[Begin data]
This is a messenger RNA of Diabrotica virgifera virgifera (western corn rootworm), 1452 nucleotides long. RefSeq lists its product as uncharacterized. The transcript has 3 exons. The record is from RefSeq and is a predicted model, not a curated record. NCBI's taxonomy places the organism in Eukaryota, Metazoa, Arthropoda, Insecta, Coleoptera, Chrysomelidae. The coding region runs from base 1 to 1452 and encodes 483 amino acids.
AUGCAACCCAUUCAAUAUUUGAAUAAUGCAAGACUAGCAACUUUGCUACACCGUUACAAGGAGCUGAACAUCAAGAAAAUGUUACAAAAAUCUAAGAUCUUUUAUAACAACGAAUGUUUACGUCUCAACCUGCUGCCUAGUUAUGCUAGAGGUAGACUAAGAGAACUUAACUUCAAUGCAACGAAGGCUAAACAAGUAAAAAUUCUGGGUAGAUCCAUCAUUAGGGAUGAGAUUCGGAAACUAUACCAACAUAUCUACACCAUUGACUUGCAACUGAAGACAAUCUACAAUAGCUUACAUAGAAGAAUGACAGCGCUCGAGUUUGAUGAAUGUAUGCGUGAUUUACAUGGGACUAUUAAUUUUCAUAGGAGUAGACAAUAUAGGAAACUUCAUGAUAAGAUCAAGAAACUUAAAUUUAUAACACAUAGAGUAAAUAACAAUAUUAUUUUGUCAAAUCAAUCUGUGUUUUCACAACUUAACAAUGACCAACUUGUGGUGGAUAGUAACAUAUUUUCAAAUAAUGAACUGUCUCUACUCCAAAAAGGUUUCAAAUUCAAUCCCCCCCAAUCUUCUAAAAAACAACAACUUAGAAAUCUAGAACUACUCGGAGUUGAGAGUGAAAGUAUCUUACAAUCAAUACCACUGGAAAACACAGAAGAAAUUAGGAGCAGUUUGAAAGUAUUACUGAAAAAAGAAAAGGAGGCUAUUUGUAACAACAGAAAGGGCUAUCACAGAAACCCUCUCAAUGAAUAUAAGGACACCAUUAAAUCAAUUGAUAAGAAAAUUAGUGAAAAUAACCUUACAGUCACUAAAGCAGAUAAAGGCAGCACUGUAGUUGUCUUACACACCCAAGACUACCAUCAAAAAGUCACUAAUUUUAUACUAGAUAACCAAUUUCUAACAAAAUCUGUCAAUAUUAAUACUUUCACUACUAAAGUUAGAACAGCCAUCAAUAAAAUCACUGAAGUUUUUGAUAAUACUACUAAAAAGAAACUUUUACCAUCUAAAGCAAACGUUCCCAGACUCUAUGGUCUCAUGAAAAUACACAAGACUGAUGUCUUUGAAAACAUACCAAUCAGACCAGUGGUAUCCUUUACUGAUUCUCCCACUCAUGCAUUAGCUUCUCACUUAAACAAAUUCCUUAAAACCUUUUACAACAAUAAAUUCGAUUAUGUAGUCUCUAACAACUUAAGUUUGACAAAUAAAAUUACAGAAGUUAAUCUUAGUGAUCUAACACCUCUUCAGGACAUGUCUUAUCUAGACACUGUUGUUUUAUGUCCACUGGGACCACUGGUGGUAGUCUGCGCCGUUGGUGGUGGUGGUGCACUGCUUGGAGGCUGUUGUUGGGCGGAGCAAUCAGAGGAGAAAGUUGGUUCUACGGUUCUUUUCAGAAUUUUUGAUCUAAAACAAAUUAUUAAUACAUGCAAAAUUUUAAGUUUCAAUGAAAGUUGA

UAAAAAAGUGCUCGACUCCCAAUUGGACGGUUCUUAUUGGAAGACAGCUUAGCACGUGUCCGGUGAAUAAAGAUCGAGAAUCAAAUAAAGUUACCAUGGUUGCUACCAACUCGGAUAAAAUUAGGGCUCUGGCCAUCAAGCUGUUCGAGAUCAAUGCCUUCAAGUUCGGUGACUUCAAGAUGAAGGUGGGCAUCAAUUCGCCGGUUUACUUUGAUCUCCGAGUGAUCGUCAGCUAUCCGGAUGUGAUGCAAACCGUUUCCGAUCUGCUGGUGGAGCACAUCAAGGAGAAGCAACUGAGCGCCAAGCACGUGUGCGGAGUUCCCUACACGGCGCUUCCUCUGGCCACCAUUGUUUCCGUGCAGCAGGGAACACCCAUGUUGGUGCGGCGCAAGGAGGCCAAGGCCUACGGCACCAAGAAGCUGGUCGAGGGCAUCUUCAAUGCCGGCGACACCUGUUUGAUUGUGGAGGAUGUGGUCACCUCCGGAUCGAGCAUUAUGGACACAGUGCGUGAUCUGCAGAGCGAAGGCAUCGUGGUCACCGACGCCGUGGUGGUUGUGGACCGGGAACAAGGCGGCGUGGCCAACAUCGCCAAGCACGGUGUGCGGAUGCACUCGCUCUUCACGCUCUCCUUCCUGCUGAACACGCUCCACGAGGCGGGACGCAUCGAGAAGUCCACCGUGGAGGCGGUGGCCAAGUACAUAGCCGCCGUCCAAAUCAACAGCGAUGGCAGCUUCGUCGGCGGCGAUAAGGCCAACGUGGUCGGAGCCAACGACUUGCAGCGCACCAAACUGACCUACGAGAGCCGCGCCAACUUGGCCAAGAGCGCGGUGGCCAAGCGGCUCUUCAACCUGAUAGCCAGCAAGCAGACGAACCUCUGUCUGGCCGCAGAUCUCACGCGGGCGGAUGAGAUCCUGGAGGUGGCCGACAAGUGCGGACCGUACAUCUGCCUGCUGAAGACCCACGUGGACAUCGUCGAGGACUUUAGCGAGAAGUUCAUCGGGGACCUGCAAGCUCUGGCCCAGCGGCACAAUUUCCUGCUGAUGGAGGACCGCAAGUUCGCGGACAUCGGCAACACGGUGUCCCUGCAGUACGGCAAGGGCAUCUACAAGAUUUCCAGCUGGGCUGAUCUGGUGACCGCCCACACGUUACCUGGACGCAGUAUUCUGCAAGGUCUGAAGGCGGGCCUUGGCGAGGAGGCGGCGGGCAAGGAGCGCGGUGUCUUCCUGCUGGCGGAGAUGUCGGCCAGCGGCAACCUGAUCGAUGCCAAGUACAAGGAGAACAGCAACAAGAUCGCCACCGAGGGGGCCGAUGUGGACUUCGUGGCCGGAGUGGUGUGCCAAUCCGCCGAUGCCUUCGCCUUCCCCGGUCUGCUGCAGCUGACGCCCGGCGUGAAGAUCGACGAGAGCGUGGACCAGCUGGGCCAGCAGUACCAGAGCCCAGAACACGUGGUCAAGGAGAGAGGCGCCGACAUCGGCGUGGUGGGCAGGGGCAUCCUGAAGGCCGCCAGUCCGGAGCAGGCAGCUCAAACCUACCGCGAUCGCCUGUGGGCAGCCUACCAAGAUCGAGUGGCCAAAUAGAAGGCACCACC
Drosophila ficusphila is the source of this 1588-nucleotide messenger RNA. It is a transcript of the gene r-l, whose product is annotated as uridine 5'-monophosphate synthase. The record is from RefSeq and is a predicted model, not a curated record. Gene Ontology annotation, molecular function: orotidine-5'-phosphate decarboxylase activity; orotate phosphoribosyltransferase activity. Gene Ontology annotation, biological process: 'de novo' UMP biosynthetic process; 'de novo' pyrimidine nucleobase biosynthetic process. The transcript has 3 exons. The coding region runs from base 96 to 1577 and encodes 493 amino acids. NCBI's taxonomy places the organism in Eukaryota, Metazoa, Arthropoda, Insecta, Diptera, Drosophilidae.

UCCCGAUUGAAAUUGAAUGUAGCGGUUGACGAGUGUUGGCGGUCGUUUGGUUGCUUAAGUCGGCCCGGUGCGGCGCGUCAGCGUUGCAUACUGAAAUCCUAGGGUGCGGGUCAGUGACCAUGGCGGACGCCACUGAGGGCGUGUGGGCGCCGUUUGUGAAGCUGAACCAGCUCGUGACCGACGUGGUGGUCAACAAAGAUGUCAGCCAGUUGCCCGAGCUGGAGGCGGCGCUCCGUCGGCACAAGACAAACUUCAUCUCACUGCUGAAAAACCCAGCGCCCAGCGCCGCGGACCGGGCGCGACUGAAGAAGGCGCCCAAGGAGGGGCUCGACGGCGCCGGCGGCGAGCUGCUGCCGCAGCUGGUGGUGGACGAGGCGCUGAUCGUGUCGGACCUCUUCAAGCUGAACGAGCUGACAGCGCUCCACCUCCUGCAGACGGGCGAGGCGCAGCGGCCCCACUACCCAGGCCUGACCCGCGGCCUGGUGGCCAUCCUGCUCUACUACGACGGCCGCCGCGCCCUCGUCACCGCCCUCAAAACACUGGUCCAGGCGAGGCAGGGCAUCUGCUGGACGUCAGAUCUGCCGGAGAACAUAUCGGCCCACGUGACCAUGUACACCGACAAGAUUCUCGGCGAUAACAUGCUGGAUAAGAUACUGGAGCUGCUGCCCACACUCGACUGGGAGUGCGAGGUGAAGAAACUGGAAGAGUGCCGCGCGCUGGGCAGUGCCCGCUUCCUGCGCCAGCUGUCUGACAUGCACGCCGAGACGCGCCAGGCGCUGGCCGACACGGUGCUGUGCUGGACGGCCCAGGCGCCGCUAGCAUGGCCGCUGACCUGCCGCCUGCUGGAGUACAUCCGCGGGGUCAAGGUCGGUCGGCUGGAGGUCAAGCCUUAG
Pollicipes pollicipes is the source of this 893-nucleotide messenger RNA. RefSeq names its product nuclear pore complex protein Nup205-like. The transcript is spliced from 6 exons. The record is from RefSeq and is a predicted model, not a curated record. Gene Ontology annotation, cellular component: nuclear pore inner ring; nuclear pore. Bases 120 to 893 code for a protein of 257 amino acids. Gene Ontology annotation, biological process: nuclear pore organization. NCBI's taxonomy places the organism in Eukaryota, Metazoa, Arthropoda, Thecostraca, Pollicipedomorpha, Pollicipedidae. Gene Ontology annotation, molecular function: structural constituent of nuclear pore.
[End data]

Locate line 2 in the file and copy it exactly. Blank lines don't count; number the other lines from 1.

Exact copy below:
AUGCAACCCAUUCAAUAUUUGAAUAAUGCAAGACUAGCAACUUUGCUACACCGUUACAAGGAGCUGAACAUCAAGAAAAUGUUACAAAAAUCUAAGAUCUUUUAUAACAACGAAUGUUUACGUCUCAACCUGCUGCCUAGUUAUGCUAGAGGUAGACUAAGAGAACUUAACUUCAAUGCAACGAAGGCUAAACAAGUAAAAAUUCUGGGUAGAUCCAUCAUUAGGGAUGAGAUUCGGAAACUAUACCAACAUAUCUACACCAUUGACUUGCAACUGAAGACAAUCUACAAUAGCUUACAUAGAAGAAUGACAGCGCUCGAGUUUGAUGAAUGUAUGCGUGAUUUACAUGGGACUAUUAAUUUUCAUAGGAGUAGACAAUAUAGGAAACUUCAUGAUAAGAUCAAGAAACUUAAAUUUAUAACACAUAGAGUAAAUAACAAUAUUAUUUUGUCAAAUCAAUCUGUGUUUUCACAACUUAACAAUGACCAACUUGUGGUGGAUAGUAACAUAUUUUCAAAUAAUGAACUGUCUCUACUCCAAAAAGGUUUCAAAUUCAAUCCCCCCCAAUCUUCUAAAAAACAACAACUUAGAAAUCUAGAACUACUCGGAGUUGAGAGUGAAAGUAUCUUACAAUCAAUACCACUGGAAAACACAGAAGAAAUUAGGAGCAGUUUGAAAGUAUUACUGAAAAAAGAAAAGGAGGCUAUUUGUAACAACAGAAAGGGCUAUCACAGAAACCCUCUCAAUGAAUAUAAGGACACCAUUAAAUCAAUUGAUAAGAAAAUUAGUGAAAAUAACCUUACAGUCACUAAAGCAGAUAAAGGCAGCACUGUAGUUGUCUUACACACCCAAGACUACCAUCAAAAAGUCACUAAUUUUAUACUAGAUAACCAAUUUCUAACAAAAUCUGUCAAUAUUAAUACUUUCACUACUAAAGUUAGAACAGCCAUCAAUAAAAUCACUGAAGUUUUUGAUAAUACUACUAAAAAGAAACUUUUACCAUCUAAAGCAAACGUUCCCAGACUCUAUGGUCUCAUGAAAAUACACAAGACUGAUGUCUUUGAAAACAUACCAAUCAGACCAGUGGUAUCCUUUACUGAUUCUCCCACUCAUGCAUUAGCUUCUCACUUAAACAAAUUCCUUAAAACCUUUUACAACAAUAAAUUCGAUUAUGUAGUCUCUAACAACUUAAGUUUGACAAAUAAAAUUACAGAAGUUAAUCUUAGUGAUCUAACACCUCUUCAGGACAUGUCUUAUCUAGACACUGUUGUUUUAUGUCCACUGGGACCACUGGUGGUAGUCUGCGCCGUUGGUGGUGGUGGUGCACUGCUUGGAGGCUGUUGUUGGGCGGAGCAAUCAGAGGAGAAAGUUGGUUCUACGGUUCUUUUCAGAAUUUUUGAUCUAAAACAAAUUAUUAAUACAUGCAAAAUUUUAAGUUUCAAUGAAAGUUGA